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Capitol Rioter Roasted For Asking Judge To Let Him Use Dating Apps While He Awaits His Trial

WUSA9/YouTube

Attorneys for Thomas Sibick, who participated in the January 6 insurrection, asked a federal judge to relieve him from a 24-hour lockdown at his parents' home so he can use dating apps and "interact with members of the opposite gender for the purpose of establishing a friendship.”

Sibick, who was initially held in jail without bond, was released to the custody of his mother and father by U.S. District Judge Amy B. Jackson over concerns the “toxic” conditions in the Washington, D.C. lockup would further radicalize him.

The news was first reported by Washington D.C. local news outlet WUSA9, which detailed Sibick's request in the video below.

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As part of her order, Jackson forbade Sibick from using social media and from watching political television programming that could “inflame his thoughts," telling his parents, who have previously described their son as a "political prisoner," she is counting on them to maintain a "calm" environment.

Over the weekend, Sibick's attorney Stephen Brennwald asked Jackson to modify the terms of Sibick's release, asking he be allowed to use a limited number of websites to allow him to seek employment as well as “interact with members of the opposite gender for the purpose of establishing a friendship.”

In the official court filing, Brennwald insisted Sibick is "not seeking to use any social media application for any prohibited purpose."

“He is not seeking to use any social media application for any prohibited purpose, such as for political engagement, news reading, or any other activity that would violate not only the letter, but the spirit, of his release conditions."
“He is very grateful to this Court for the chance it took when it released him, and he has no intention of remotely coming close to any line that delineates his activity while on release.”

In a footnote, Brennwald says Sibick feels "the need to establish some sort of connection with someone (if possible, in light of his situation)" because the current terms would only permit him to work remotely and not "leave his home for the purpose of going to dinner” or other events.

Sibick faces up to 20 years in prison if convicted of obstruction of an official proceeding, the most serious of the charges against him. Federal authorities have also charged him with robbery, civil disorder, assaulting police and committing an act of physical violence on Capitol grounds.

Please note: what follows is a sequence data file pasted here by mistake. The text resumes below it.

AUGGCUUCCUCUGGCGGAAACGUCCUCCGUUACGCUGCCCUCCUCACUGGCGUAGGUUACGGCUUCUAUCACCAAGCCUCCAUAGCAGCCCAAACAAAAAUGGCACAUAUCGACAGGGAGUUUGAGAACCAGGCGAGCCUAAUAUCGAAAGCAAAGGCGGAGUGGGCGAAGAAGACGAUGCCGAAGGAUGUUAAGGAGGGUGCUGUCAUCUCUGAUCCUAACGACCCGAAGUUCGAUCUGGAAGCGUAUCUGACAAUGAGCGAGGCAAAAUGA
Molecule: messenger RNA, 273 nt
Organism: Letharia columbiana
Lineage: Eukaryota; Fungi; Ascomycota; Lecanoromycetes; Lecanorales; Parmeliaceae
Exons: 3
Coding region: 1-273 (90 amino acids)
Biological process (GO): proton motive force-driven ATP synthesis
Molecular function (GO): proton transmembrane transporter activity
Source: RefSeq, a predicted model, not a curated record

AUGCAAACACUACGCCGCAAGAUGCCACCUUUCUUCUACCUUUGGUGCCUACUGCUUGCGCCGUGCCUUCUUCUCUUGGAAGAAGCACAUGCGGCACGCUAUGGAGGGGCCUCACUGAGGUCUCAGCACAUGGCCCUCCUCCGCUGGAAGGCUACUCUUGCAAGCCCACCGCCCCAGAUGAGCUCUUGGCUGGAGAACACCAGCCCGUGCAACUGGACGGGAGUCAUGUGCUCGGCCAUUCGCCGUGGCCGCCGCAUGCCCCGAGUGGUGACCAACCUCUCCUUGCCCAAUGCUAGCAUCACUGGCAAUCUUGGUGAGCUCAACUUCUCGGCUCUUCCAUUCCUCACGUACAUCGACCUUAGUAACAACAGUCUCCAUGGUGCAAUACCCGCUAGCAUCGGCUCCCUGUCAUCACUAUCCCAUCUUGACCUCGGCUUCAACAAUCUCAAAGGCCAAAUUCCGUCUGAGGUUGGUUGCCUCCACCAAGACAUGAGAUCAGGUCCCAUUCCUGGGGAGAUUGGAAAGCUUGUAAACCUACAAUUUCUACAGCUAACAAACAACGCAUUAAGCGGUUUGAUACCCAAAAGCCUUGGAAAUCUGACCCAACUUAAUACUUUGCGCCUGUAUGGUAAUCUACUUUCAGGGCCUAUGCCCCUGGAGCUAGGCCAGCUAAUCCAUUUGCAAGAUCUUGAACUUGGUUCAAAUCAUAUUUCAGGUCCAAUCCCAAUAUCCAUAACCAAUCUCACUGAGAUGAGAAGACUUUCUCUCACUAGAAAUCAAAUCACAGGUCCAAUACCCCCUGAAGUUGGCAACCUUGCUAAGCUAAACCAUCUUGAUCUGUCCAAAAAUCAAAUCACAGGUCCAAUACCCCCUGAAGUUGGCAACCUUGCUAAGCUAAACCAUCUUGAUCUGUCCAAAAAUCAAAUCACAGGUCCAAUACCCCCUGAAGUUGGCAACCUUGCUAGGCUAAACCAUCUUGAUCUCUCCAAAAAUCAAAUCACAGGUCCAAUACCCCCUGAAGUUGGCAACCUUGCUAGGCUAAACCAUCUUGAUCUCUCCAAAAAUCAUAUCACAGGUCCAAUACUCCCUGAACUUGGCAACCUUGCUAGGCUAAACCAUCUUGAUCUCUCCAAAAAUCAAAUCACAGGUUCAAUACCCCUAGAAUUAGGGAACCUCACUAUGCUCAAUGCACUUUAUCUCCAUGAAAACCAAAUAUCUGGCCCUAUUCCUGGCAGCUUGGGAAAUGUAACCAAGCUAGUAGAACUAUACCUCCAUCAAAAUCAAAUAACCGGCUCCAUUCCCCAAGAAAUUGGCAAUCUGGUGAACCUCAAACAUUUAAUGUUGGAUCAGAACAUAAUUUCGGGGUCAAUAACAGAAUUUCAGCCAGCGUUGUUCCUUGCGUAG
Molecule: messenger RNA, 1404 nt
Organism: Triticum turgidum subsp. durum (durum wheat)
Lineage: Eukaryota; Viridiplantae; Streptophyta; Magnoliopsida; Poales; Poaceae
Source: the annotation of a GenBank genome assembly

His face became known nationwide for his involvement in the attack on D.C. Police Officer Michael Fanone, who suffered a traumatic brain injury when he was beaten with a flagpole.

Sibick robbed Fanone of his badge and radio while others tased Fanone and threatened to beat him with his own gun. Fanone's badge and radio were recovered from the spot where Sibick buried them after returning to Buffalo, New York from D.C..

His request has received jeers and criticism on social media.



Fanone has described the attack, which took place when a mob of former President Donald Trump's supporters stormed the United States Capitol on the false premise the 2020 general election had been stolen, as "the most brutal, savage, hand-to-hand combat of my entire life," adding he "experienced a group of individuals that were trying to kill me to accomplish their goal."

Fanone, who has repeatedly expressed his anger with elected officials who have backed former President Trump's falsehoods about the integrity of the electoral process, has been firm that insurrectionists "came to the Capitol hell-bent on violence and destruction and murder."

Sibick isn't the only insurrectionist to be criticized for what many perceive as entitled behavior.

Earlier this month, Jenna Ryan, a Frisco, Texas real estate agent who flew to D.C. on a private jet to attend the Stop the Steal rally on January 6, attracted widespread mockery for vowing to devote her prison time to losing weight by doing yoga and drinking protein shakes.